It's really just about holding on to what they have. Plus, they've been there so long, so it's hard to win when you don't have anything new. 

AC: You at least have to say 'ok here's the unfinished business,' 'here's what we want to do with our next mandate,' there's been virtually none of that in this campaign. It's been basically 'more of the same, don't trust the other guys,' that's a pretty uninspiring message.

And they've been up against, at least in the case of the Liberals, somebody who is capable, whatever his other failings, is capable of inspiring people and getting people excited — that's a tough thing to campaign against.

Let's flip to Tom Mulcair. What does he need? What's his story line to his people with two days left? 

RB: Well, his story line is probably the one he should have started with: the NDP has been standing up to Stephen Harper and can stand up to Stephen Harper and can represent progressives.

The problem, of course, is they came to that argument far too late in the campaign and didn't portray themselves as the real opponent to Stephen Harper.

NDP leader Tom Mulcair waves to supporters after a rally, Monday, October 12, 2015 in Maple Ridge, B.C. (Ryan Remiorz/Canadian Press)

They have a little bit of time left to still make that argument, I suppose, and they're in the right part of that debate now. 

AC: Yeah they thought this would be a two party race — they thought the Liberals were going to drop out of it early. Their campaign was all about portraying themselves as a responsible government in waiting and waiting for the Conservatives to fall on their face.

When the Liberals stole their mantle as the party of change — the party that wants to do things now — they didn't have much of a fall back plan.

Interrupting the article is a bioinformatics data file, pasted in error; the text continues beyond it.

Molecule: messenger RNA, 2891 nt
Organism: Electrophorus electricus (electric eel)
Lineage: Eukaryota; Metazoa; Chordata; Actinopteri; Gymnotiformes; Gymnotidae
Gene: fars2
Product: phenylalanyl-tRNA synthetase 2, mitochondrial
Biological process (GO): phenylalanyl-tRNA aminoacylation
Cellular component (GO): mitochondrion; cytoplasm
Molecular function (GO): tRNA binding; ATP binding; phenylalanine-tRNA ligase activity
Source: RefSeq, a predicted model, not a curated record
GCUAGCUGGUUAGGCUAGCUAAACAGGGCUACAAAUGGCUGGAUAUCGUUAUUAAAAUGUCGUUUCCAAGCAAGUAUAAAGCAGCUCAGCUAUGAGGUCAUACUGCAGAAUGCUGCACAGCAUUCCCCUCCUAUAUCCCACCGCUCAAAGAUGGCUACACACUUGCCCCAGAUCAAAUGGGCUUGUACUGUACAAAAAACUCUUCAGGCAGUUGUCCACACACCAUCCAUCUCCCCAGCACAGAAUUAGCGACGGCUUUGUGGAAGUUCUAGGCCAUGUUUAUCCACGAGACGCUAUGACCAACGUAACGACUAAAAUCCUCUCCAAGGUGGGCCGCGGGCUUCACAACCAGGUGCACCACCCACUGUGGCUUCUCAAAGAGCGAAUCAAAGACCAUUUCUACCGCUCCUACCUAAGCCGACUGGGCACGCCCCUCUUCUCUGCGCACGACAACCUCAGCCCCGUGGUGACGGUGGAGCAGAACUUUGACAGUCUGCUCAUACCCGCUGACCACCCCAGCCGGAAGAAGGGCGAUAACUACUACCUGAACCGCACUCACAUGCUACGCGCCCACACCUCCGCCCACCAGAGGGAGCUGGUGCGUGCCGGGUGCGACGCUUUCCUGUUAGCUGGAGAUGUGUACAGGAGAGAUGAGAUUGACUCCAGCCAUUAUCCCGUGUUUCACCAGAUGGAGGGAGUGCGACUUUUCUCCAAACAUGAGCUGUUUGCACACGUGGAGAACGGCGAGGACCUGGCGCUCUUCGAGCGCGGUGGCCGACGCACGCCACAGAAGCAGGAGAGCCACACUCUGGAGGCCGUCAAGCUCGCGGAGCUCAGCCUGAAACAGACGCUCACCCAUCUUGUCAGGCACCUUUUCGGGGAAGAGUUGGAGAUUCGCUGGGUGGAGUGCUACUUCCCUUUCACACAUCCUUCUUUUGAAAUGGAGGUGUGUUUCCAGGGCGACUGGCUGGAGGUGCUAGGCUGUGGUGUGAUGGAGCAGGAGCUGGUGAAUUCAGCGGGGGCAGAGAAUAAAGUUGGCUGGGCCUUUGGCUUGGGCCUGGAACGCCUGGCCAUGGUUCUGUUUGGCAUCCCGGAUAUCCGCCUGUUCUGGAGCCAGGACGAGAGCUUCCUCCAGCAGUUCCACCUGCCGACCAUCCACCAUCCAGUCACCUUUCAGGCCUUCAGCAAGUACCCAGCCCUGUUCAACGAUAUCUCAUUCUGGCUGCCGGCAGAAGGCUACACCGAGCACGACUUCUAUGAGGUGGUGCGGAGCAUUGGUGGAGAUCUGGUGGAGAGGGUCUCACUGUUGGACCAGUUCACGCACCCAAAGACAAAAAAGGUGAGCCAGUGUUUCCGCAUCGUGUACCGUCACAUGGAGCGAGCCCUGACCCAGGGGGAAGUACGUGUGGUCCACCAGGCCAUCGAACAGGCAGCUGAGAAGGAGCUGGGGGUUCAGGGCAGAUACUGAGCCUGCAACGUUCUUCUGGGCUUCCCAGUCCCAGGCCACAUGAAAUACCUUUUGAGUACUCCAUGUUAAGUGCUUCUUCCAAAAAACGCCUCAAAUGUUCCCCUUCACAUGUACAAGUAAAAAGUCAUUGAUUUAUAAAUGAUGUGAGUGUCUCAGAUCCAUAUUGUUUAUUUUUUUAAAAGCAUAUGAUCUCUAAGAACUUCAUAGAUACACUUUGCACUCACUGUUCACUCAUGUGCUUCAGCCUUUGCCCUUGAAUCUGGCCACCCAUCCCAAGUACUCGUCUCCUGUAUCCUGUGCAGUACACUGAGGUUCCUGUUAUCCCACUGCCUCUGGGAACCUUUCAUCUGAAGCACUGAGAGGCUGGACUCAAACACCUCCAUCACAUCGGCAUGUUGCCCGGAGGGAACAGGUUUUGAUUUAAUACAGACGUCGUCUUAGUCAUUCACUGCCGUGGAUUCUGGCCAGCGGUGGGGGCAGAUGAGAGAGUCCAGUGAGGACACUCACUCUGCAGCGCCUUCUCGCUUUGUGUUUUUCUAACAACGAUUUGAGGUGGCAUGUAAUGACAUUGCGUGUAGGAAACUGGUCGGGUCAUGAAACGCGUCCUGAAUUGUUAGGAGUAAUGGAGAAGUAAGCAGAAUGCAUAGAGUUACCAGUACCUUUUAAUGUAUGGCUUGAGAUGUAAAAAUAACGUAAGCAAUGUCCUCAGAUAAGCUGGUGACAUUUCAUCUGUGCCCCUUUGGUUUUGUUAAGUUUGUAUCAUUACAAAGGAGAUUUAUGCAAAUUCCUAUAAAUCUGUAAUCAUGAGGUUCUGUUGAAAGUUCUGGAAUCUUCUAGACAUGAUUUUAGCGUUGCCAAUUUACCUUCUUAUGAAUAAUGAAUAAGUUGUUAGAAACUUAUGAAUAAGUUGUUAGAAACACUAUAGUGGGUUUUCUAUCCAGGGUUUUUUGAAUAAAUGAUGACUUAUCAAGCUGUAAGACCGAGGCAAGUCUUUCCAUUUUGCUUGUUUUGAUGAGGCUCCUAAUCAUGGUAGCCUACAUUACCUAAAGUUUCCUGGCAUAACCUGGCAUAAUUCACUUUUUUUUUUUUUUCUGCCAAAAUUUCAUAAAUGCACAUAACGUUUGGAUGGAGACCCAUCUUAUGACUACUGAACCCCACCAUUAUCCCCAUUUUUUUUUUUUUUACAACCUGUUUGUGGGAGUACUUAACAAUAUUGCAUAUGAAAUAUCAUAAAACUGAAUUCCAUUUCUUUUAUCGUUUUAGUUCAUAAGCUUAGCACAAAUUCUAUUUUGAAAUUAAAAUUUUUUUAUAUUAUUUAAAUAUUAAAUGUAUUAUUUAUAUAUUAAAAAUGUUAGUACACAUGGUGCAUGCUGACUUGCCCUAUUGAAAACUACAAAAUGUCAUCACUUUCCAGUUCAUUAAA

They got a bit of a lift, or hail mary if you will, out of the Trans-Pacific Partnership. When they decided to come out foursquare against it, that certainly sealed their fate of forming government. Centrists would not be pleased by that, but by that point it wasn't going to happen. It was about saving the furniture, as they say.

It does seem to have succeeded in stabilizing their vote. They've come out of free fall, they've come back up to about 23, 24 per cent. That's better than they've done previously.

Let's say, as bad as this campaign is going to look for them, they're still going to come out with their second best result ever. But when you come in thinking you're going to be government, it's pretty sad.

RB: They have to show that 2011 wasn't a mistake. It wasn't a one-off. It wasn't all about Jack Layton. It was more than that. So, at this stage, if that's the bar, they'll probably meet that bar. 

CH: I talked to a Liberal — and when I asked him what Justin Trudeau has to do in the last two days — he said: avoid mistakes. Dan Gagnier was a mistake. The narrative for him? 

AC: Absolutely it was a mistake. Obviously a mistake on Gagnier's part, who has been around the block and who you think would no better. It looks very poorly on him. Let's leave it at that. 

They, themselves, Trudeau and his people didn't respond well either on the first day. The first impulse was to minimize it, and then the next day they came out foursquare against it.

There will be some damage done. They got lucky because it happened the same day as the Jays game. It will probably hurt them the most — if it does — in Quebec. But we'll have to wait and see if it really registers with people. I think the biggest impact is: you'll lose a day [of campaigning]. And remember up until this point there was a sense of momentum, crowds. It may take a few points off. 

RB: Yeah, I agree. It may do the most damage in Quebec. It's where they're most sensitive to these arguments about an old, corrupt Liberal party. I think the party where they may have gotten lucky is that it happened so late, right? If this had happened mid-campaign, imagine what the NDP could have done with it. 

But it may have happened too late that it may not sink in or get the traction that it would have. But, I agree, it sort of deflates that campaign at the end when they don't need that.

AC: But don't forget 20 per cent of the electorate has already vote. 

RB: Right. 

CH: That also helps, doesn't it.